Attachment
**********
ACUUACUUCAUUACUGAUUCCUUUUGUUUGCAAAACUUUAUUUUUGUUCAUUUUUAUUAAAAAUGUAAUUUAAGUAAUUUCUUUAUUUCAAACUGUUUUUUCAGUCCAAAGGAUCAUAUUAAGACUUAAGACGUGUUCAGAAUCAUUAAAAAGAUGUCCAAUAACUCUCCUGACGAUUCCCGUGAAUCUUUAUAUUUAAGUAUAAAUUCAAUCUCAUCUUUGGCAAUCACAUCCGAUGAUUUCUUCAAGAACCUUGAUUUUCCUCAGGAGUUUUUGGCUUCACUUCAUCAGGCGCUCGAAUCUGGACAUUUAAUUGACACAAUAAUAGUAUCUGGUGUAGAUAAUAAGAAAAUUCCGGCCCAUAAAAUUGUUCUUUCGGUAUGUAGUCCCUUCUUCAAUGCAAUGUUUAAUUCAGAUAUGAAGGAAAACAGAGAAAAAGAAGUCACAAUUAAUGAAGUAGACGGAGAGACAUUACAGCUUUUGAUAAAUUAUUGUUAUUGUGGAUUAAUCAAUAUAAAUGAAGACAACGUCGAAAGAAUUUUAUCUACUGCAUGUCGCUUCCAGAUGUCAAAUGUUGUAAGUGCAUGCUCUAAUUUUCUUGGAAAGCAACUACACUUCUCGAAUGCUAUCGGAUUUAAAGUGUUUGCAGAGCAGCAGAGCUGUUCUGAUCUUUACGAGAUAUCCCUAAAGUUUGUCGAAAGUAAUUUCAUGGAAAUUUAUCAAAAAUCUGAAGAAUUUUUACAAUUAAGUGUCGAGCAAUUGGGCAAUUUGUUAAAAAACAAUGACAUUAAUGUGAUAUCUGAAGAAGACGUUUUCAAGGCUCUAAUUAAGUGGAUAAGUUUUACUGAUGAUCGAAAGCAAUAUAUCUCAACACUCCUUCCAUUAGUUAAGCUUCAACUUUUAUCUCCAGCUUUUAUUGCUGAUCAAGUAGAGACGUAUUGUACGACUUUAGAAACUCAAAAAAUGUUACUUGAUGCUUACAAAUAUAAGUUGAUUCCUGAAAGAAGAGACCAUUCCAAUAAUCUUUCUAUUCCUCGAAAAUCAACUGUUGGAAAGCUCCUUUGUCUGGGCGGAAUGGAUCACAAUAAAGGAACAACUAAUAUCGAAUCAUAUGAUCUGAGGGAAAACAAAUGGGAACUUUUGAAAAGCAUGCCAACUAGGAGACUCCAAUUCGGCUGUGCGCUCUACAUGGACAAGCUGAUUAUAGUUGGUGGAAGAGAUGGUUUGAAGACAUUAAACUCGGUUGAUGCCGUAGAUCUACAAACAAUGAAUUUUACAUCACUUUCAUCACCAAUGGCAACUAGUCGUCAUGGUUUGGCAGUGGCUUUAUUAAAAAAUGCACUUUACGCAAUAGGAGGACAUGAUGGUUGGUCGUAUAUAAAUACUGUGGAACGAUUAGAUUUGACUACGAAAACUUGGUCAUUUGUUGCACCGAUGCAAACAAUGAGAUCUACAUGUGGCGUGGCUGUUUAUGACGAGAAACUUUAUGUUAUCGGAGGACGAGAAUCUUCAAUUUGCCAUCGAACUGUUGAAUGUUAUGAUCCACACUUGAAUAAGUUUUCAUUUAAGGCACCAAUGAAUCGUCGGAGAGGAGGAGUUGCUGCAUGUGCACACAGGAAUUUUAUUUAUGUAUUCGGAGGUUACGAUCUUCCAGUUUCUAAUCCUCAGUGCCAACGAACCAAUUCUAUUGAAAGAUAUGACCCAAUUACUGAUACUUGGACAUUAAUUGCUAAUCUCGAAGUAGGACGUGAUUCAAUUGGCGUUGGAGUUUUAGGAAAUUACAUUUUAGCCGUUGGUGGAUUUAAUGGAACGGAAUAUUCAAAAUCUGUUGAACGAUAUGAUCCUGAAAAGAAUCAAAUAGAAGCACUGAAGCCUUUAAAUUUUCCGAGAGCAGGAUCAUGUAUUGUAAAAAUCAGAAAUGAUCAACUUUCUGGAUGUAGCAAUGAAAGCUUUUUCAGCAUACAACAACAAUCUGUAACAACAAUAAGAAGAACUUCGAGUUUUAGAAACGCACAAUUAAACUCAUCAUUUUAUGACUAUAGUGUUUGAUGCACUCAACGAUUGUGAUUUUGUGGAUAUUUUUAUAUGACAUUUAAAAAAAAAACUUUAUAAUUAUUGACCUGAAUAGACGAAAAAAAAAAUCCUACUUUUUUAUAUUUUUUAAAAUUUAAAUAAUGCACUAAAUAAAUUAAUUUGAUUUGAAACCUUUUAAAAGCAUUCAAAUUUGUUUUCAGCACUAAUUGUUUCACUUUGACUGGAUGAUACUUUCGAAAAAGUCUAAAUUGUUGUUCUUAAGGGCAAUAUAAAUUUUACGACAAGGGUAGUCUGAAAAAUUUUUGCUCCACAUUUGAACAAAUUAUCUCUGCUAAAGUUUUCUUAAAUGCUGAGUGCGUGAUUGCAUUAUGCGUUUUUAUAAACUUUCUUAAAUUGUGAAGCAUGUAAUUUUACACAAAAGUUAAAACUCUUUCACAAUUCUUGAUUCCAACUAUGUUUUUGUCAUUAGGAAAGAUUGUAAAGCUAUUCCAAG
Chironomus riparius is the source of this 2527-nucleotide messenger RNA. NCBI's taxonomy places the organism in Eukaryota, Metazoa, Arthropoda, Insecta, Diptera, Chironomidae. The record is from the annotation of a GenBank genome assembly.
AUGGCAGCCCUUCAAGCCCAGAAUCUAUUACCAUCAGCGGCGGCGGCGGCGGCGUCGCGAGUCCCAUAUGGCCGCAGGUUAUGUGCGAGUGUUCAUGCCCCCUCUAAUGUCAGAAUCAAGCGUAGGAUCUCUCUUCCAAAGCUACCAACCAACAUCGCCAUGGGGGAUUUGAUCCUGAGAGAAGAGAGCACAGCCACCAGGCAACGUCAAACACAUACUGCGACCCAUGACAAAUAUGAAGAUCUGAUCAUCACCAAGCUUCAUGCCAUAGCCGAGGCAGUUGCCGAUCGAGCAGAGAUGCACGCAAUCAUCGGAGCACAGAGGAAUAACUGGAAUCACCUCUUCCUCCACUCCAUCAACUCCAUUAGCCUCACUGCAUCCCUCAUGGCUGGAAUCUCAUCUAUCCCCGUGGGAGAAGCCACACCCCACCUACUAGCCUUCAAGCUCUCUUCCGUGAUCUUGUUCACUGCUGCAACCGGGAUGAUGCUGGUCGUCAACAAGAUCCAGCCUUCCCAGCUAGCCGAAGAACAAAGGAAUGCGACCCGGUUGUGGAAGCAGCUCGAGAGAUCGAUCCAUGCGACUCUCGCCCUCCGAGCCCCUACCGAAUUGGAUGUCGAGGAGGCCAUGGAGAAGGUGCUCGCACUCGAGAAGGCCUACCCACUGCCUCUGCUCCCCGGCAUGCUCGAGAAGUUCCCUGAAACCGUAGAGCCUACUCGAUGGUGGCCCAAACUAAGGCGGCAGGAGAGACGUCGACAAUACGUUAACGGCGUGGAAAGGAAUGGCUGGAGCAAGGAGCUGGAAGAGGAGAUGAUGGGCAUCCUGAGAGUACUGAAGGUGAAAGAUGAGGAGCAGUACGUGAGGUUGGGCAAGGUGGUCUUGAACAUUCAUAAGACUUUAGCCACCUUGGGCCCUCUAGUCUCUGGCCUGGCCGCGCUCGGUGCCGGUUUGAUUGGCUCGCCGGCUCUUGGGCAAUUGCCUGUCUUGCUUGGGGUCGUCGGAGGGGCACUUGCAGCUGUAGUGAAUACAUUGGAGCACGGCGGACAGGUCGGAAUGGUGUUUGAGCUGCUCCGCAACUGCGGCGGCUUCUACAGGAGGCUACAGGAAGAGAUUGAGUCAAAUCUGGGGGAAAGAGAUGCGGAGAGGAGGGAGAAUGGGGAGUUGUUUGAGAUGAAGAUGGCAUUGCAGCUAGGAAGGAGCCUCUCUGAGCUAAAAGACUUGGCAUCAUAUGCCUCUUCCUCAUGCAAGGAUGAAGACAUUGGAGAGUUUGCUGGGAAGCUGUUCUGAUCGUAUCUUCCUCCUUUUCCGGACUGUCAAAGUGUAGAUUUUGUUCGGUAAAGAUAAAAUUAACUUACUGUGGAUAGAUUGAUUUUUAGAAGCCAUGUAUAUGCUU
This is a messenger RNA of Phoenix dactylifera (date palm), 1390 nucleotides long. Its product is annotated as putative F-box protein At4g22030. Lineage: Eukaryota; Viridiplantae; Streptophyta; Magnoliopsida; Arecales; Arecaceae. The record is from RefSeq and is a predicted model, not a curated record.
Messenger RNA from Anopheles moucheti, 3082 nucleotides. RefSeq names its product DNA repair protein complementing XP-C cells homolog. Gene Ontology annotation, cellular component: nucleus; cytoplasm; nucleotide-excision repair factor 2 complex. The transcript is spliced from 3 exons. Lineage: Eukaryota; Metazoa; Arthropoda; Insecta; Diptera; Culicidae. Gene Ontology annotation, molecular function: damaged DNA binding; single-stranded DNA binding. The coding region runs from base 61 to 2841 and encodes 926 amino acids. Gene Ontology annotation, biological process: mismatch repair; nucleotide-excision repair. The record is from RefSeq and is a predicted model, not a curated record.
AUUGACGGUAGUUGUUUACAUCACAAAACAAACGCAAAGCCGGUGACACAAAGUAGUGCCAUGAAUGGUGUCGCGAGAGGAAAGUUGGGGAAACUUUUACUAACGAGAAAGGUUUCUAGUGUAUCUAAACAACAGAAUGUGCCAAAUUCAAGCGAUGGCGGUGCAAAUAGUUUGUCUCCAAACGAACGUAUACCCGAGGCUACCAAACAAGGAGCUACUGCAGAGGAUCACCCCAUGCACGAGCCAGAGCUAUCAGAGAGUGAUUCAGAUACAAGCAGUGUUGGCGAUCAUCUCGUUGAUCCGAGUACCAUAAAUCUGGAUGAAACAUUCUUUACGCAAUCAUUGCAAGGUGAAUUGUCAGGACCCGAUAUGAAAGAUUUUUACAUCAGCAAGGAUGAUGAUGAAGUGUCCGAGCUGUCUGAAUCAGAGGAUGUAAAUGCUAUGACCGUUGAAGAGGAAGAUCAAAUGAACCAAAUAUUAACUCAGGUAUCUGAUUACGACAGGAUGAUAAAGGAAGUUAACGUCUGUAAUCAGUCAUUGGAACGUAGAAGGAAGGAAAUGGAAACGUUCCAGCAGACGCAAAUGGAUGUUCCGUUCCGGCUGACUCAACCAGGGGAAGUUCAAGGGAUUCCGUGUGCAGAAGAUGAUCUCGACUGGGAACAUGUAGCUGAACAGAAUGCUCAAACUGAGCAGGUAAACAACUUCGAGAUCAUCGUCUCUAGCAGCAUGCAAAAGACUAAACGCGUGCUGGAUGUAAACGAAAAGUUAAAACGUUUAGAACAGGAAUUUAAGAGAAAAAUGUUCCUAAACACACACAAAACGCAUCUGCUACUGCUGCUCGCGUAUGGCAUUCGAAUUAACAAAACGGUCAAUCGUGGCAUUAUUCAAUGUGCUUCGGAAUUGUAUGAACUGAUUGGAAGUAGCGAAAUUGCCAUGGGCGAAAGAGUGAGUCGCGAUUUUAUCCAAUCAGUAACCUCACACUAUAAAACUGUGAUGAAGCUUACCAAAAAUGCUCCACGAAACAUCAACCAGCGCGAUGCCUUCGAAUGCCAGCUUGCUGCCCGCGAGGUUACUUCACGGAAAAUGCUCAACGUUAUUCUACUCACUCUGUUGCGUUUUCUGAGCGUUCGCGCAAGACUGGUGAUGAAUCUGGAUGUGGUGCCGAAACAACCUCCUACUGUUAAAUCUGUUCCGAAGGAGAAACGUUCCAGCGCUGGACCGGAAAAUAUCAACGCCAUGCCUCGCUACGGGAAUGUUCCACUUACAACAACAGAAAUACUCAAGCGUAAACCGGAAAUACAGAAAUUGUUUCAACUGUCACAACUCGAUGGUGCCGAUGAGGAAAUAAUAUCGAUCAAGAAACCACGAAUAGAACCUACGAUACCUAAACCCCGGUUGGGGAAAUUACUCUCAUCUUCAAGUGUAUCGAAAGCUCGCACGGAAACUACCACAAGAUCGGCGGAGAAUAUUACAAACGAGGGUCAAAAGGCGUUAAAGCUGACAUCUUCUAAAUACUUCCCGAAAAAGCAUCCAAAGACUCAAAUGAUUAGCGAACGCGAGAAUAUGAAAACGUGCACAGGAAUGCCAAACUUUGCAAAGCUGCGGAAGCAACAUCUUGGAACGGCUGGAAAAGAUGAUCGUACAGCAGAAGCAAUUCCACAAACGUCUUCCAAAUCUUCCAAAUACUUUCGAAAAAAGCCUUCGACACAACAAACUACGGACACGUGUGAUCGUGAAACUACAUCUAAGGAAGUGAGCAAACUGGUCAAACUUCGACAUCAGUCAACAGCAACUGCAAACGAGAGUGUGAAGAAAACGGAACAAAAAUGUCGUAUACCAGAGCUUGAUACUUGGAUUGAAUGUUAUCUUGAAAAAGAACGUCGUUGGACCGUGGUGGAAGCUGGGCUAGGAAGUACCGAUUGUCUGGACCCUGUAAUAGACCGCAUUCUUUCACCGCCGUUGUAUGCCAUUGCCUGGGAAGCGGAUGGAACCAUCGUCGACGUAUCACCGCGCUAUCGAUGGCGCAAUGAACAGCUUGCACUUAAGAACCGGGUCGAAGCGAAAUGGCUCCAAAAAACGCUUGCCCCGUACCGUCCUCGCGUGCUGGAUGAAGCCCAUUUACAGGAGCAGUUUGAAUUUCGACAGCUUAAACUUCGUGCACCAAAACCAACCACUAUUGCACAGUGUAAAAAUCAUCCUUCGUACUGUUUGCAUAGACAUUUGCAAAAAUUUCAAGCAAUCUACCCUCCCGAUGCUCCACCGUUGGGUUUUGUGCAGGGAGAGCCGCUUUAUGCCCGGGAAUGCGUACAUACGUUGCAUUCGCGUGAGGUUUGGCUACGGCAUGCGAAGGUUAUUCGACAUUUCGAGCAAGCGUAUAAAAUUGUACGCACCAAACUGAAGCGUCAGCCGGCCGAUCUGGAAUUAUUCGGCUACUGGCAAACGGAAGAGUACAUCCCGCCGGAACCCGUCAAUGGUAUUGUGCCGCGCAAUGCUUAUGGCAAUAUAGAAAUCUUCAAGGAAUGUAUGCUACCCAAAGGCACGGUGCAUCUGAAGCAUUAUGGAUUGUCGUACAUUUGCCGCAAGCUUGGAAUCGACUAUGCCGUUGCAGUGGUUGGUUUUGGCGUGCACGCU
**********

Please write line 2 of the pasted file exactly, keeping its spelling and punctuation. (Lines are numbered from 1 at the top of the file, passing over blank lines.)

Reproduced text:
Chironomus riparius is the source of this 2527-nucleotide messenger RNA. NCBI's taxonomy places the organism in Eukaryota, Metazoa, Arthropoda, Insecta, Diptera, Chironomidae. The record is from the annotation of a GenBank genome assembly.